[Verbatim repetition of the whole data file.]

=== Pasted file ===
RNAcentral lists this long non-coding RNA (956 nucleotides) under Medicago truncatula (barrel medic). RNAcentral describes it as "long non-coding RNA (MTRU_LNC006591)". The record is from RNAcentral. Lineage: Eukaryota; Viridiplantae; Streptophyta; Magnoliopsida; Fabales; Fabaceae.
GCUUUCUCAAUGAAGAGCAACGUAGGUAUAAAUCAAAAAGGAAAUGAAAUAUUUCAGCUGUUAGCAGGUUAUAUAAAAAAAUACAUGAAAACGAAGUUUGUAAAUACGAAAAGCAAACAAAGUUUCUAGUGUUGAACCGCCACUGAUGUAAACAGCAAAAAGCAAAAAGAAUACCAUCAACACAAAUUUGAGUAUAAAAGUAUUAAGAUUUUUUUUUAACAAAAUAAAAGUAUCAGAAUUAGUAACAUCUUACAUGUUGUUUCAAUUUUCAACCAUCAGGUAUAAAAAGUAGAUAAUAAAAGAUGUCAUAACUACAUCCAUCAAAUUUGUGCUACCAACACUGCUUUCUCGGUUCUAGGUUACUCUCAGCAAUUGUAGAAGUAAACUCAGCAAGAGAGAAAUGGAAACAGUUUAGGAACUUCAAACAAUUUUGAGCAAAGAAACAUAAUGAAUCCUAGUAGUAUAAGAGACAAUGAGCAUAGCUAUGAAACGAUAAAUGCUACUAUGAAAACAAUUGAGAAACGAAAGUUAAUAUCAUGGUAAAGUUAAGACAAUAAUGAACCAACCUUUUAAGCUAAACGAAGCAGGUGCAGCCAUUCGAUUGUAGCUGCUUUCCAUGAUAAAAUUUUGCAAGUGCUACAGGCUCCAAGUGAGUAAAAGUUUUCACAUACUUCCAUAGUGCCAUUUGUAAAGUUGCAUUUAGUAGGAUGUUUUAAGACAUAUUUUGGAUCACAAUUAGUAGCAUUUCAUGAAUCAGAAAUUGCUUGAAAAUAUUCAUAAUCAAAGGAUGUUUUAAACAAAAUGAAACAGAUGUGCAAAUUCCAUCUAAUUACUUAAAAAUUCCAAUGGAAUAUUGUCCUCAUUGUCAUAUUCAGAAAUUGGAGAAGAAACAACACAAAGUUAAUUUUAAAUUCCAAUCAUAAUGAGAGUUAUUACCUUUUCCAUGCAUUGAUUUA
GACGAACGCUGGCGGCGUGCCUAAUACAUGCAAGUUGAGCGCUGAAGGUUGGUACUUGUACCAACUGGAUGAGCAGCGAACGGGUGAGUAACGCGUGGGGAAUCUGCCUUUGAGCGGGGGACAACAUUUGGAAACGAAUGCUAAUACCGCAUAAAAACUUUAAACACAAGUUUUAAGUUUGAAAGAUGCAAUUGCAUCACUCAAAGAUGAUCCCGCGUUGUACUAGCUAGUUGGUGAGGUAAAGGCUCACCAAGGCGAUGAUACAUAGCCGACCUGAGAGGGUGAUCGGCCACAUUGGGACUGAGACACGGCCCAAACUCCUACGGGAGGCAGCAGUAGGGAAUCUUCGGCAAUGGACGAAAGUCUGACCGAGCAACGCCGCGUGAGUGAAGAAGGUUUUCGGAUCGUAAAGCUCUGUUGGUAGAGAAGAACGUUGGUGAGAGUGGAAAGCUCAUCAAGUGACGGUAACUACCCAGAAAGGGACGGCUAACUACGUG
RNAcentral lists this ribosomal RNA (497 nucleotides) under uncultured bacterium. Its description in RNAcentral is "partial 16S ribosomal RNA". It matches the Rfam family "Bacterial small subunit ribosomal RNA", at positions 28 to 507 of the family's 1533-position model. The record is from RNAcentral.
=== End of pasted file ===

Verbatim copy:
RNAcentral lists this long non-coding RNA (956 nucleotides) under Medicago truncatula (barrel medic). RNAcentral describes it as "long non-coding RNA (MTRU_LNC006591)". The record is from RNAcentral. Lineage: Eukaryota; Viridiplantae; Streptophyta; Magnoliopsida; Fabales; Fabaceae.
GCUUUCUCAAUGAAGAGCAACGUAGGUAUAAAUCAAAAAGGAAAUGAAAUAUUUCAGCUGUUAGCAGGUUAUAUAAAAAAAUACAUGAAAACGAAGUUUGUAAAUACGAAAAGCAAACAAAGUUUCUAGUGUUGAACCGCCACUGAUGUAAACAGCAAAAAGCAAAAAGAAUACCAUCAACACAAAUUUGAGUAUAAAAGUAUUAAGAUUUUUUUUUAACAAAAUAAAAGUAUCAGAAUUAGUAACAUCUUACAUGUUGUUUCAAUUUUCAACCAUCAGGUAUAAAAAGUAGAUAAUAAAAGAUGUCAUAACUACAUCCAUCAAAUUUGUGCUACCAACACUGCUUUCUCGGUUCUAGGUUACUCUCAGCAAUUGUAGAAGUAAACUCAGCAAGAGAGAAAUGGAAACAGUUUAGGAACUUCAAACAAUUUUGAGCAAAGAAACAUAAUGAAUCCUAGUAGUAUAAGAGACAAUGAGCAUAGCUAUGAAACGAUAAAUGCUACUAUGAAAACAAUUGAGAAACGAAAGUUAAUAUCAUGGUAAAGUUAAGACAAUAAUGAACCAACCUUUUAAGCUAAACGAAGCAGGUGCAGCCAUUCGAUUGUAGCUGCUUUCCAUGAUAAAAUUUUGCAAGUGCUACAGGCUCCAAGUGAGUAAAAGUUUUCACAUACUUCCAUAGUGCCAUUUGUAAAGUUGCAUUUAGUAGGAUGUUUUAAGACAUAUUUUGGAUCACAAUUAGUAGCAUUUCAUGAAUCAGAAAUUGCUUGAAAAUAUUCAUAAUCAAAGGAUGUUUUAAACAAAAUGAAACAGAUGUGCAAAUUCCAUCUAAUUACUUAAAAAUUCCAAUGGAAUAUUGUCCUCAUUGUCAUAUUCAGAAAUUGGAGAAGAAACAACACAAAGUUAAUUUUAAAUUCCAAUCAUAAUGAGAGUUAUUACCUUUUCCAUGCAUUGAUUUA
GACGAACGCUGGCGGCGUGCCUAAUACAUGCAAGUUGAGCGCUGAAGGUUGGUACUUGUACCAACUGGAUGAGCAGCGAACGGGUGAGUAACGCGUGGGGAAUCUGCCUUUGAGCGGGGGACAACAUUUGGAAACGAAUGCUAAUACCGCAUAAAAACUUUAAACACAAGUUUUAAGUUUGAAAGAUGCAAUUGCAUCACUCAAAGAUGAUCCCGCGUUGUACUAGCUAGUUGGUGAGGUAAAGGCUCACCAAGGCGAUGAUACAUAGCCGACCUGAGAGGGUGAUCGGCCACAUUGGGACUGAGACACGGCCCAAACUCCUACGGGAGGCAGCAGUAGGGAAUCUUCGGCAAUGGACGAAAGUCUGACCGAGCAACGCCGCGUGAGUGAAGAAGGUUUUCGGAUCGUAAAGCUCUGUUGGUAGAGAAGAACGUUGGUGAGAGUGGAAAGCUCAUCAAGUGACGGUAACUACCCAGAAAGGGACGGCUAACUACGUG
RNAcentral lists this ribosomal RNA (497 nucleotides) under uncultured bacterium. Its description in RNAcentral is "partial 16S ribosomal RNA". It matches the Rfam family "Bacterial small subunit ribosomal RNA", at positions 28 to 507 of the family's 1533-position model. The record is from RNAcentral.